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EU Officially Approves New Building Energy Directive


The European Union has officially approved the Energy Performance of Buildings Directive (EPBD), a pivotal piece of legislation aimed at cutting emissions and energy consumption in buildings. This approval, given by both the European Council and the European Commission, will see the directive soon published in the Official Journal of the Union and subsequently enacted in the weeks to follow. Member states are required to integrate this directive into their national laws.


Under the EPBD, EU countries are expected to gradually eliminate fossil fuels for building heating and increase solar power installations, while tailoring their approaches to fit national contexts. A recent announcement from the European Commission highlighted that all new buildings must be "solar ready," aligning with the EU Solar Standard that the European Parliament ratified in March.


Additionally, the directive mandates goals to diminish building energy usage throughout the EU, considering the unique conditions of each member state.


Member states of the European Union are required to implement strategies to decrease their average primary energy consumption in residential buildings by 16% by 2030 and by 20% to 22% by 2035. For non-residential buildings, the directive mandates a renovation of 16% of the least efficient buildings by 2030, and 26% by 2033. Exemptions are permitted for certain categories of buildings, such as historical structures and holiday homes.


Kadri Simson, the EU Commissioner for Energy, emphasized the importance of enhancing building energy efficiency as crucial for achieving the EU's climate neutrality goals and boosting energy independence. "Renovations are investments into a better future," Simson stated. She expressed confidence that the revised directive would drive a wave of renovations across the EU, taking into account the diversity of the region’s building stock.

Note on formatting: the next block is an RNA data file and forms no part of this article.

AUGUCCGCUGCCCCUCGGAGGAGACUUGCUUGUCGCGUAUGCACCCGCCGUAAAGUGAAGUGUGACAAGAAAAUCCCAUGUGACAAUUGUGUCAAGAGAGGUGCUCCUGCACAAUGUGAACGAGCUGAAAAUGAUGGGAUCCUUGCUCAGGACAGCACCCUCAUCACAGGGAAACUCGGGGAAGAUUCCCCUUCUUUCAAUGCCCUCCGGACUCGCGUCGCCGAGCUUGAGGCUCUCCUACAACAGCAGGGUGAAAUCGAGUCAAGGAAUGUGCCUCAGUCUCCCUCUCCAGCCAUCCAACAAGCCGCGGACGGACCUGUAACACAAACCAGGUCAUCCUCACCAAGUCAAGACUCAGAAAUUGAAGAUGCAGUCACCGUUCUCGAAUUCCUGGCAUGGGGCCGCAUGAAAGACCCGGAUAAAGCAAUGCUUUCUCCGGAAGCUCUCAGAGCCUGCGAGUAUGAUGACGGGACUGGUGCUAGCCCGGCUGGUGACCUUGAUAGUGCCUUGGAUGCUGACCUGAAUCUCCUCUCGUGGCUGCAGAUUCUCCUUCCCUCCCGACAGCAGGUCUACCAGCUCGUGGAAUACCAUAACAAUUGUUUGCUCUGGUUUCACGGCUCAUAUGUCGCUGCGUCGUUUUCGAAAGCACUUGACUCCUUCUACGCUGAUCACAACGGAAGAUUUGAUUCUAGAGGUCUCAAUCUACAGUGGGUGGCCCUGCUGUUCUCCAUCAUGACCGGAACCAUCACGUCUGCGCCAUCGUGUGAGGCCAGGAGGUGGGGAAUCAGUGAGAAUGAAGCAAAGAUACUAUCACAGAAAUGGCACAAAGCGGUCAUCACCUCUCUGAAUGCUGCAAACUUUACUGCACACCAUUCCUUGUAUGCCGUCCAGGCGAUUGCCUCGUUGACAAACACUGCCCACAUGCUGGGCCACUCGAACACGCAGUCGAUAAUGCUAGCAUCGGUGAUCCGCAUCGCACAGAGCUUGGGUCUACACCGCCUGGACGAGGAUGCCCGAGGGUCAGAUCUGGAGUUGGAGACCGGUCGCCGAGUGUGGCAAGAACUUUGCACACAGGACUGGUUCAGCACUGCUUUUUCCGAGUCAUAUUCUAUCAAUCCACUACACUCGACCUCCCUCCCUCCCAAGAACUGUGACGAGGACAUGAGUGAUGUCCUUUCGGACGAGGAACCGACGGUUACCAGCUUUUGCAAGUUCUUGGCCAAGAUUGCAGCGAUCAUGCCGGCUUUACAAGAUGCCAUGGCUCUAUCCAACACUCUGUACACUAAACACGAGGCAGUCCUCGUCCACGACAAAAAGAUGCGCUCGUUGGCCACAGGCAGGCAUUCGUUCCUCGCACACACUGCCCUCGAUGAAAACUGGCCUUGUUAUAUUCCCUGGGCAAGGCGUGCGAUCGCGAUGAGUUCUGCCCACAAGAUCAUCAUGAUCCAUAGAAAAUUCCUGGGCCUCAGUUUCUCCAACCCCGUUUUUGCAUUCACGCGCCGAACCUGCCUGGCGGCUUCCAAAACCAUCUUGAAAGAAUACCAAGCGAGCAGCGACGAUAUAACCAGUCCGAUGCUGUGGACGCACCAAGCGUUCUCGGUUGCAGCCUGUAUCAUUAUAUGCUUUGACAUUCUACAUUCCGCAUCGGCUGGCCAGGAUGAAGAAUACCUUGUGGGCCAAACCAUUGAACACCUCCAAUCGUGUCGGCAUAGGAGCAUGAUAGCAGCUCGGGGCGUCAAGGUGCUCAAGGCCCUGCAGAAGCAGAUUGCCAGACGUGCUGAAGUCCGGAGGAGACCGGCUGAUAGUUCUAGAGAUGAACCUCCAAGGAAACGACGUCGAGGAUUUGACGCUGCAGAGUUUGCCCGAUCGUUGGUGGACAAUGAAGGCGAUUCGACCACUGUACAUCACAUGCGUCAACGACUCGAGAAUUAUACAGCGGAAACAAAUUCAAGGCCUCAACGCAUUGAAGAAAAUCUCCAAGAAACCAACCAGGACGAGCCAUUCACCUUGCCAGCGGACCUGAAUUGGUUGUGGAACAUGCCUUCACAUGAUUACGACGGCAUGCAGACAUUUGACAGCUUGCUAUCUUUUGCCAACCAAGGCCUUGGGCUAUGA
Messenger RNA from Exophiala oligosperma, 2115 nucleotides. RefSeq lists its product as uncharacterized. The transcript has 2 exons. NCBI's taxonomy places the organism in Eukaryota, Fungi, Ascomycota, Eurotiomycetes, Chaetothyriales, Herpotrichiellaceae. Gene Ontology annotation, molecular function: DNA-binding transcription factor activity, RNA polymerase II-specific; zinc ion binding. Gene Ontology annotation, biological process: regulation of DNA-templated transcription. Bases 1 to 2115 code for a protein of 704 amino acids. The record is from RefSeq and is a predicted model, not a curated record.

The EPBD also introduces stringent regulations for new constructions and publicly owned buildings, requiring zero on-site fossil fuel emissions starting January 1, 2028. This requirement will extend to all new buildings by January 1, 2030, though there may be some exceptions. Additionally, starting next year, the EU will ban subsidies for new standalone fossil fuel boilers.


The European Commission has highlighted that the Energy Performance of Buildings Directive (EPBD) will assist citizens in upgrading their homes by providing accessible support and financing options. The directive mandates the creation of one-stop shops where individuals can receive comprehensive advice about building renovations. Additionally, it facilitates both public and private financing options to make these renovations more affordable and achievable.


EU Commissioner for Climate Action, Wopke Hoekstra, emphasized the directive's role in stimulating financial and construction sectors. "The new Energy Performance of Buildings Directive will help mobilise additional finance and boost construction value chains," Hoekstra stated. He expressed a collaborative vision towards helping homeowners and businesses renovate efficiently, thus saving money and moving towards a net-zero future.

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